But many Filipino farmers may not immediately plant cashew because of their past experiences. Growing cashews is not profitable enough.

“Philippine cashew farmers are burdened with a low return on capital for their work. (We) partly attribute this to the underutilization of the components of the cashew fruit,” said Secretary Renato Solidum Jr. of the Department of Science and Technology (DOST) in his message at the recent conference themed “Advancing Cashew Industry through Green Technology.”

Not too many Filipino farmers are aware of the other products that can be produced from cashew. Most of them focused only on nuts. Such was the case in Palawan, the leading cashew-producing province, where cashew is the “One Town, One Product” (OTOP).

A study conducted by the Southeast Asian Regional Center for Graduate Study and Research in Agriculture (SEARCA), with fundings from the Department of Agriculture’s Bureau of Agricultural Research (DA-BAR), showed cashew farmers in Palawan have struggled with low returns on their investments.

This issue is partially linked to the underutilization of the cashew apple’s flesh, which constitutes a substantial 90% of the fruit. The primary reason for this underutilization is a lack of awareness about the cashew fruit’s processing potential.

“The study further suggests that this may be addressed by exploration of the fruit’s potential in processing or manufacturing,” Solidum said during the conference which was convened by the DOST-Industrial Technology Development Institute (ITDI).

“To address this challenge and boost cashew farmers’ income, the Western Philippines University initiated product development for cashew apples,” said Dr. Glenn Gregorio, the director of SEARCA.

The SEARCA study, titled “Technology and Investment Profile of Cashew Products,” listed products such as cashew wine, cashew prunes, cashew jelly, cashew jam, and salted cashew nuts, which offer different ways to maximize the utility of the cashew fruit using various technologies.

Meanwhile, the BAR in tandem with the Palawan Research and Experiment Station (PRES) searched for further improvements in cashew nut and apple products. The research project, titled “Cashew Products Processing, Packaging, and Labeling,” focused on processing cashew apples and introduced modern packaging materials.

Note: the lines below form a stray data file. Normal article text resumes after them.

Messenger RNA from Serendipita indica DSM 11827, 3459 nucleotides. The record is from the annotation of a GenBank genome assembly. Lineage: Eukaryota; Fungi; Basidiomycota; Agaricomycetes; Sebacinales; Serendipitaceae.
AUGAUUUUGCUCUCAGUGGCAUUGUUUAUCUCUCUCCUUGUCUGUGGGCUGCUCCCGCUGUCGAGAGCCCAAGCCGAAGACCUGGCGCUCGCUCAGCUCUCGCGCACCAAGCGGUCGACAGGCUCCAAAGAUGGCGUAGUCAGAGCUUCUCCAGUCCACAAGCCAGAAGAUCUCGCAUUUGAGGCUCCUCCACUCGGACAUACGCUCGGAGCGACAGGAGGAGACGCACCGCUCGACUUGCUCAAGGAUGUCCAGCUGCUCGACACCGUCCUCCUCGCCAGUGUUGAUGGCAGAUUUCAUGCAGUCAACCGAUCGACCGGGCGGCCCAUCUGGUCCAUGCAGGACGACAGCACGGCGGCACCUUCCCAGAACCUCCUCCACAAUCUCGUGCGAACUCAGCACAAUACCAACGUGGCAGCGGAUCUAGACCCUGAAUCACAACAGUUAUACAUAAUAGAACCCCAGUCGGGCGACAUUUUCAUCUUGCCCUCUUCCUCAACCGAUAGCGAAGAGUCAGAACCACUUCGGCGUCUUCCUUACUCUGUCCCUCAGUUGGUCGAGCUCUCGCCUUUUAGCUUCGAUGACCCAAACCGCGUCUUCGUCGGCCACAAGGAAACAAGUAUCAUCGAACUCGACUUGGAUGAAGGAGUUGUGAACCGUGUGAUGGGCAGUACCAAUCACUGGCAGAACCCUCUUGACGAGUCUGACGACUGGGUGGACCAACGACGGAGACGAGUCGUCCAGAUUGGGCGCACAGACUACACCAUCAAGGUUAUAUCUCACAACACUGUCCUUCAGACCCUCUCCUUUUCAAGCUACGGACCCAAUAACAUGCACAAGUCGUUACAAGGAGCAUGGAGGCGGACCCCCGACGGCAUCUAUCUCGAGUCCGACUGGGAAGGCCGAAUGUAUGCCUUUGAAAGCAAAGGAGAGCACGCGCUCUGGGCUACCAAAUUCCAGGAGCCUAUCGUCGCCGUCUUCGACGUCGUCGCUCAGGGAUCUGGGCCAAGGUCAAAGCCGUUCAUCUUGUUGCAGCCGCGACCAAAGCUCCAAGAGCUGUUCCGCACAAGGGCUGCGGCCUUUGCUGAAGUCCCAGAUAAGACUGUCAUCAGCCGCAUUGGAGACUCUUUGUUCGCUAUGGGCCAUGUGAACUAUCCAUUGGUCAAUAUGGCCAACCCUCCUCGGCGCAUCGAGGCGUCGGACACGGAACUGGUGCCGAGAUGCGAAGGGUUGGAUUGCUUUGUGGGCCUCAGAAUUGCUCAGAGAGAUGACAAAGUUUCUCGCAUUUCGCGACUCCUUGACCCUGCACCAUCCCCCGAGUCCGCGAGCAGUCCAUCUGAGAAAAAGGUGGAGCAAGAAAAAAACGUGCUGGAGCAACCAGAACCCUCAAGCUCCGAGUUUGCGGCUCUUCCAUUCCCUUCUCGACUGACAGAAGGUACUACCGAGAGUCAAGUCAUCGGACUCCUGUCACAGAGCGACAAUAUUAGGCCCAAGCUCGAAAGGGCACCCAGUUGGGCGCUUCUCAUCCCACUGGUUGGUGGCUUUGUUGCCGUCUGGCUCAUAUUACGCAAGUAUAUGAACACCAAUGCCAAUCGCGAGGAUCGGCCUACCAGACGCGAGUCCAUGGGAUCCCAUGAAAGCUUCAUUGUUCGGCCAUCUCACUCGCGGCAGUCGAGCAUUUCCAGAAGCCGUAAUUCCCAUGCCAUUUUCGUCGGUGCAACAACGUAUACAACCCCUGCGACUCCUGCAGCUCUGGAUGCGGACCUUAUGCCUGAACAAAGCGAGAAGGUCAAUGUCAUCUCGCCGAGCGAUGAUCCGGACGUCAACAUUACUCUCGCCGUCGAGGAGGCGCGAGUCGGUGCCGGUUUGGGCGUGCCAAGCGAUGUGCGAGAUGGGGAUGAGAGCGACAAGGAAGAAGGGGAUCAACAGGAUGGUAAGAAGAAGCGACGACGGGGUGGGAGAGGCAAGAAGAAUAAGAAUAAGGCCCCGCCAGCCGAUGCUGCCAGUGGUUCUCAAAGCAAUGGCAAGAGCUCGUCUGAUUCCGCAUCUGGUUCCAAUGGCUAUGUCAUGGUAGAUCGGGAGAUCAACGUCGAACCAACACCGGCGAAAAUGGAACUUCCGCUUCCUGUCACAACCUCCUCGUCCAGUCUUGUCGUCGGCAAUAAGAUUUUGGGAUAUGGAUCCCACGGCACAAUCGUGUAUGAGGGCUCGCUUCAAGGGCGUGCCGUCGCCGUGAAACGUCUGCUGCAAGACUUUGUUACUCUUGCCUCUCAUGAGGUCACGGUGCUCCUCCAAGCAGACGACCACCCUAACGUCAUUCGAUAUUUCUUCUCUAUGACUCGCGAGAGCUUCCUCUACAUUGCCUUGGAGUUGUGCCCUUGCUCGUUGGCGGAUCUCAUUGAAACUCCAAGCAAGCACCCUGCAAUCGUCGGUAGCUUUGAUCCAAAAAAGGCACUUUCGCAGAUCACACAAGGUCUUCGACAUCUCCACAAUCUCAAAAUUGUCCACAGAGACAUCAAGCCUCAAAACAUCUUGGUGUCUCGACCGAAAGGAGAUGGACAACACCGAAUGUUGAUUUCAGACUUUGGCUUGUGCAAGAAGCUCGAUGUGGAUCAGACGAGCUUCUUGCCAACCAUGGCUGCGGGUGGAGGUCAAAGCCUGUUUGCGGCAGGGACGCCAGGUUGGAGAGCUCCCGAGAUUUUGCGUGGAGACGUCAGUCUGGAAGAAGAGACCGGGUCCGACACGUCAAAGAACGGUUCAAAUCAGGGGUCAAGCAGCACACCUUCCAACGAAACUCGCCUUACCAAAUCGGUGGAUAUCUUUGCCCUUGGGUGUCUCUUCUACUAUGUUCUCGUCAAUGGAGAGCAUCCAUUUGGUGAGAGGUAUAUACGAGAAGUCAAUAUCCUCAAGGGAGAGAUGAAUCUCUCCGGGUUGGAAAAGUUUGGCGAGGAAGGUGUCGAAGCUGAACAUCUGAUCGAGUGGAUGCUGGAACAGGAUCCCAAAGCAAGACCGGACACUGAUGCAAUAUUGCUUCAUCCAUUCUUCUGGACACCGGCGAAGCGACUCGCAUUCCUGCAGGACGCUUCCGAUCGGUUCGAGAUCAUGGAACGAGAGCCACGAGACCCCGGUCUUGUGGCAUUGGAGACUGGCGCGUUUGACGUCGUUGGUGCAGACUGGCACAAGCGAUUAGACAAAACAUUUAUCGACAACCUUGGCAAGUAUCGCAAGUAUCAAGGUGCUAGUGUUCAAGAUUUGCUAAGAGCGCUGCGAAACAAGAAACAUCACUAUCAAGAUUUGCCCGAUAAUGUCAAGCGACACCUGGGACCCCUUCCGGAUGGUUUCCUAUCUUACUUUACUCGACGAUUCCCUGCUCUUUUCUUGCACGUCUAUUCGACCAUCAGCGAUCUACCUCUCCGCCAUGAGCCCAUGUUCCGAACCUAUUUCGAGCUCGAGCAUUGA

“Cashew apple, once undervalued, has gained economic value surpassing four times that of cashew nuts,” Gregorio noted.

Another valuable use that must be given to further studies is the extraction of oil from cashews and application of the oil to various food, pharmaceutical, and cosmetic products.

Another possible source of income is the shell of the nut, which is a good source of an important liquid called CNSL (cashew nut shell liquid). CNSL is one of the few natural resins that is highly heat resistant and is used in braking systems and in paint manufacture. It contains a substance called phenol, which is used in the preparation of plastics.

Some important derivatives of CNSL, like hydrogenated oils and ethyl ether, are used in the manufacture of some industrial, chemical, and pharmaceutical products. The main markets for CNSL are the United States, the European Union (mainly the United Kingdom), Japan and the Republic of Korea.

“If industrially exploited, the cashew tree can help alleviate many of our socio-economic problems by offering employment to the many unemployed,” said the forestry department of the University of the Philippines at Los Baños (UPLB). “A cashew cottage industry can easily absorb idle manpower in the rural areas since only the normal skills of the workers are required in processing many cashew products.”

More importantly, growing cashew is environment-friendly. As the UPLB forestry department puts it: “Planting cashew trees in idle lands may be the best solution to our land conservation problem. As an agricultural crop, cashew trees provide vegetative cover to barren lands and help minimize soil erosion.”